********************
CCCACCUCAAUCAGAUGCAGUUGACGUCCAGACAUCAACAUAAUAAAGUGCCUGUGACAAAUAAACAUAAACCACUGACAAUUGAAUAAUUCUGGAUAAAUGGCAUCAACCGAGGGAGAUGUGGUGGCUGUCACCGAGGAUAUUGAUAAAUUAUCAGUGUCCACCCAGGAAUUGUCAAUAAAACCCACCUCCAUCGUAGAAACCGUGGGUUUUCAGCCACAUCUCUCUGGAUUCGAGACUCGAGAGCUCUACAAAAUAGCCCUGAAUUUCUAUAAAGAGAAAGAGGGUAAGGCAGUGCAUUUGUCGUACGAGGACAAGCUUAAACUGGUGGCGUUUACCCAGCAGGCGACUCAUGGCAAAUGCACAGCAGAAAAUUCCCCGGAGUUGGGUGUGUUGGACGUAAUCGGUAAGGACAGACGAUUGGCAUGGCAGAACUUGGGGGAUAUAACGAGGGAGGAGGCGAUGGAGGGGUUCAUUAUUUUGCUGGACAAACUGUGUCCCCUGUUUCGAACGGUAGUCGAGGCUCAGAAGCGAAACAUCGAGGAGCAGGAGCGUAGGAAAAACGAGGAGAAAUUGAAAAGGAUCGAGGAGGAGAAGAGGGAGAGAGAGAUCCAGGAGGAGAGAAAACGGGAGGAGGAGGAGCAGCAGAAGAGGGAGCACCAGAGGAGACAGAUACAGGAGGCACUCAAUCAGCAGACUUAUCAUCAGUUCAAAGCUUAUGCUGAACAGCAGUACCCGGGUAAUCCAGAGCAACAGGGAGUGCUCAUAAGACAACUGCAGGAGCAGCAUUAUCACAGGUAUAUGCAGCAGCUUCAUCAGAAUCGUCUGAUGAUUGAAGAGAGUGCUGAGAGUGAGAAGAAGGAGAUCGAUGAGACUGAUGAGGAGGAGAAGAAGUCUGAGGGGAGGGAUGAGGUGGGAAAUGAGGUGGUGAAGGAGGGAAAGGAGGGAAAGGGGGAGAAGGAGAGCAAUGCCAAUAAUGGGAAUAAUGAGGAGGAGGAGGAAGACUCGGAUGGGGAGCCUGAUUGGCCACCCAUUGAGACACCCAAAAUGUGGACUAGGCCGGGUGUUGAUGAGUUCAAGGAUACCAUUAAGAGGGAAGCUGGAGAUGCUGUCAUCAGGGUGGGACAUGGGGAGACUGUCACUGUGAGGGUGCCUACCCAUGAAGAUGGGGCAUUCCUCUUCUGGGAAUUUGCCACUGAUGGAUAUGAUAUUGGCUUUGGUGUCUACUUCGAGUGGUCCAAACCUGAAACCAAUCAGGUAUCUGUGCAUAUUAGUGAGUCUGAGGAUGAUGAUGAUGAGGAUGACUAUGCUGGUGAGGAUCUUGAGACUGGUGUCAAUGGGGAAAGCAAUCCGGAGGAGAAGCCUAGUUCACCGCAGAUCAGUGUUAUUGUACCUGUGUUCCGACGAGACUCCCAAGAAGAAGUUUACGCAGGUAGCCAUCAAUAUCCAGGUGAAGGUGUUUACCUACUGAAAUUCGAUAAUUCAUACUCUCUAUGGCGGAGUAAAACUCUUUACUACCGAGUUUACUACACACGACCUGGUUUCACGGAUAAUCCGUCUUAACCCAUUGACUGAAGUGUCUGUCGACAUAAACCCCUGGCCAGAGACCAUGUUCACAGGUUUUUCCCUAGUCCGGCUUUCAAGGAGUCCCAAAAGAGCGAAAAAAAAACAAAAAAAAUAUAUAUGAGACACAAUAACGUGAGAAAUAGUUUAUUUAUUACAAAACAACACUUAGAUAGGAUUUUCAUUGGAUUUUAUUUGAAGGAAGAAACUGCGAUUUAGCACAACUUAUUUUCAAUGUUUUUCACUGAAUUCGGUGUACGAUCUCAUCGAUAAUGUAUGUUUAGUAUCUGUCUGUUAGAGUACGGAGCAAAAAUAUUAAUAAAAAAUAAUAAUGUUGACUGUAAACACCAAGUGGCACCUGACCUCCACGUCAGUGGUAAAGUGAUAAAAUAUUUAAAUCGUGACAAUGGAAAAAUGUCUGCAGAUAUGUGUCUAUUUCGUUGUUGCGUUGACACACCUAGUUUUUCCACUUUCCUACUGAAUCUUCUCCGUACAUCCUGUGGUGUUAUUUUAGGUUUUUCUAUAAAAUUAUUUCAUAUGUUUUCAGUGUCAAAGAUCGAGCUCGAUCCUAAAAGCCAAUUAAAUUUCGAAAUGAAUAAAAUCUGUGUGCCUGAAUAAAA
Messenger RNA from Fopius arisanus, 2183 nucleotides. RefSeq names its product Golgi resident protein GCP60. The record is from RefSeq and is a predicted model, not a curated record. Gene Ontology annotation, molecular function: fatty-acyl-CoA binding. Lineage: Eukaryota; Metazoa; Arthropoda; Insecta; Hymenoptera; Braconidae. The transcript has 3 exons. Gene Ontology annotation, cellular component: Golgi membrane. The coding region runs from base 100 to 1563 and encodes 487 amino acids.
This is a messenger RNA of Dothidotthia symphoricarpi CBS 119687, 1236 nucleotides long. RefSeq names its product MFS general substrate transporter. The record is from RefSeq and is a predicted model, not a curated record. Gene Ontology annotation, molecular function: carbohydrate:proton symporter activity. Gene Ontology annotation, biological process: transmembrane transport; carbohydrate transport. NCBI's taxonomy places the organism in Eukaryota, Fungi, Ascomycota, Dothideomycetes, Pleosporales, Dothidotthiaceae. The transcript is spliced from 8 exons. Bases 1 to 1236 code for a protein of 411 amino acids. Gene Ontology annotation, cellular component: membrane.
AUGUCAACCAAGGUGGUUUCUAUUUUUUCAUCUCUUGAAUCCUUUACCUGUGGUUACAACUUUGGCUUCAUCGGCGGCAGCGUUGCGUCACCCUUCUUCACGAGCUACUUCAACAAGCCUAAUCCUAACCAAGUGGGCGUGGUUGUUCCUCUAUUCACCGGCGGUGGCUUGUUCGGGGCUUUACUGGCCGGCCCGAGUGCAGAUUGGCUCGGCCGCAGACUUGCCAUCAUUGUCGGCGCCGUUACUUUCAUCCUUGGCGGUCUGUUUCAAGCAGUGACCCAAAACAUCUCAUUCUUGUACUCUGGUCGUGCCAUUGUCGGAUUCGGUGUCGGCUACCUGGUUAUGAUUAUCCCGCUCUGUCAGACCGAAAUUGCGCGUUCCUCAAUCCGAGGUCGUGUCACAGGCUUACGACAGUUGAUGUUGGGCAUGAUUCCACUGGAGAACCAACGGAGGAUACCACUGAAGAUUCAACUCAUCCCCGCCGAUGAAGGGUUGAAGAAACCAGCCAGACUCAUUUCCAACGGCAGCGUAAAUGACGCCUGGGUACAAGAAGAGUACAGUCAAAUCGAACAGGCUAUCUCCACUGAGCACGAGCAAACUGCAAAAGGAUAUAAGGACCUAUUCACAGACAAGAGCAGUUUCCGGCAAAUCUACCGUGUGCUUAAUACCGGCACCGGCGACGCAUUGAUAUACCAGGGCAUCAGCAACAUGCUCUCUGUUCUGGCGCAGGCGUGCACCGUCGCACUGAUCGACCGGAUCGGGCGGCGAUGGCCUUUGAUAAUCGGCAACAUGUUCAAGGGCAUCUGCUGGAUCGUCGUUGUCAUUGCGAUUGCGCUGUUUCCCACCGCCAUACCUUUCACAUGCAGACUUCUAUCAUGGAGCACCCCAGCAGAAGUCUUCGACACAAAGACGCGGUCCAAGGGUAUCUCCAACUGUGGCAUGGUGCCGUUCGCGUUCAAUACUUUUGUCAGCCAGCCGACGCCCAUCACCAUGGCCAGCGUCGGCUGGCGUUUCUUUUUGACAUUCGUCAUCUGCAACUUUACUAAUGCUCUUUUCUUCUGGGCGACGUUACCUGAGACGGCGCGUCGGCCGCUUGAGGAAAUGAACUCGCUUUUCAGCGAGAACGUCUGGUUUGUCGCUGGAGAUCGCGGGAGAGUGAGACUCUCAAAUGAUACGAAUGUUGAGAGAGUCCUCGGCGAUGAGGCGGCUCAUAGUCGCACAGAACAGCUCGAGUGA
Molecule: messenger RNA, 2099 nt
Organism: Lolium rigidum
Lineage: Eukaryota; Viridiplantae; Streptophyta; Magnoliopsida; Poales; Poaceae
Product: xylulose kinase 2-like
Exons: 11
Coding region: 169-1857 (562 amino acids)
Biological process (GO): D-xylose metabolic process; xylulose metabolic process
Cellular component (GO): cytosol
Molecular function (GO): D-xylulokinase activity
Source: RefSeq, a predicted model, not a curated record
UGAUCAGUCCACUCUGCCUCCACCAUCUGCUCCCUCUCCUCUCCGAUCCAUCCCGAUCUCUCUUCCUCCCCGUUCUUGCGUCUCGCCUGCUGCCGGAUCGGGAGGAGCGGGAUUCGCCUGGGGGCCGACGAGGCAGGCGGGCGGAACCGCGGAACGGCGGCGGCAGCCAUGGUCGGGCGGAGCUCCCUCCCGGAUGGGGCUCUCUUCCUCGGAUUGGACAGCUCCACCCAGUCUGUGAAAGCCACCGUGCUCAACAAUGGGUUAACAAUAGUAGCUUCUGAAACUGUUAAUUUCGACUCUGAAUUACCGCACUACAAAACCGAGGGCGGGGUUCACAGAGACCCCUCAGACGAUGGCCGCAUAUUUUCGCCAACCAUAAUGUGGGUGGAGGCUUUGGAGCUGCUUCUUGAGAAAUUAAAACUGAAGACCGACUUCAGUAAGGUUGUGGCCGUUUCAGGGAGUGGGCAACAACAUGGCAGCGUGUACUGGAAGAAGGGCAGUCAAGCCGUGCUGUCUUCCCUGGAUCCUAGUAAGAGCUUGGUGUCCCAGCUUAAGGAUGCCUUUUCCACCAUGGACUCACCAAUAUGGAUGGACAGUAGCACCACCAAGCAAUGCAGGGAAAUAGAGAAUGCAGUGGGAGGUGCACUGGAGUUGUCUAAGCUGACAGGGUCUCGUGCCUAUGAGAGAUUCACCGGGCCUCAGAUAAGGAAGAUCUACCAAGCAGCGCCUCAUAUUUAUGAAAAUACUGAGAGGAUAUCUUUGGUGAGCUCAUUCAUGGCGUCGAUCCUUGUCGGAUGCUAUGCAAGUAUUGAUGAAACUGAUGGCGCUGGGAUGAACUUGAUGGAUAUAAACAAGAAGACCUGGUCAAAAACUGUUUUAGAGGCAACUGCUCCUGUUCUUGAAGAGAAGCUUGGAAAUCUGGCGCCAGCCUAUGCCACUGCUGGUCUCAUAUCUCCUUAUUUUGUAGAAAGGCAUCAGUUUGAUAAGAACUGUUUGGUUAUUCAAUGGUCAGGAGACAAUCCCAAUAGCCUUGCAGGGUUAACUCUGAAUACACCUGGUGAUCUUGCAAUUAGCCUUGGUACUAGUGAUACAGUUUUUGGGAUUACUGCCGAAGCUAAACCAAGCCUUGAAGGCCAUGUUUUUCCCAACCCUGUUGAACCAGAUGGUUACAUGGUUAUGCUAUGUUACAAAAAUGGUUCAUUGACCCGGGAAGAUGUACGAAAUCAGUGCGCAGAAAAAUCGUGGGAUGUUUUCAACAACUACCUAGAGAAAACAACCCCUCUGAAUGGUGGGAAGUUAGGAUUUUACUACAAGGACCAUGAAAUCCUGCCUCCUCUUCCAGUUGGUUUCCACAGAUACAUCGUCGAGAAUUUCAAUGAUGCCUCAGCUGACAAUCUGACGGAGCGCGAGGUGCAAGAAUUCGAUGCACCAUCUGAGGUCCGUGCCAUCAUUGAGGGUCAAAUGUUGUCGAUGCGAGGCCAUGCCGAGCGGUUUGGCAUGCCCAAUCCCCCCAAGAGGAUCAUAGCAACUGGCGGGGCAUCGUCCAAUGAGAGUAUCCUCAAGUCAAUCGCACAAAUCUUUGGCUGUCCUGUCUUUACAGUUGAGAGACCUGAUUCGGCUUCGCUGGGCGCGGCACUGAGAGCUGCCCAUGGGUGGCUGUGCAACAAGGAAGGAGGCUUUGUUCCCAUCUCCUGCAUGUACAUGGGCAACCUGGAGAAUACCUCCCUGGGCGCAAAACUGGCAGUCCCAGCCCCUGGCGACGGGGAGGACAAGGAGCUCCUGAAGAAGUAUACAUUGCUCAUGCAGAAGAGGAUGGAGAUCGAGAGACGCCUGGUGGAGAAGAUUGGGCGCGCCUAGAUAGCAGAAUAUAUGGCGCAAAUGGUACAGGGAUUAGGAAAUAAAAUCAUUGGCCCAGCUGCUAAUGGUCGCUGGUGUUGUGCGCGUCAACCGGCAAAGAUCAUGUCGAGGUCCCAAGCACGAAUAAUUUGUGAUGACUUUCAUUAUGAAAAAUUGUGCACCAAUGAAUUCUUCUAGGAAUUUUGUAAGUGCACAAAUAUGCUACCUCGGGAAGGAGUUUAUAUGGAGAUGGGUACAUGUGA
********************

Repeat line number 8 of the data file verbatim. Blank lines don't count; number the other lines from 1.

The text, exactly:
Product: xylulose kinase 2-like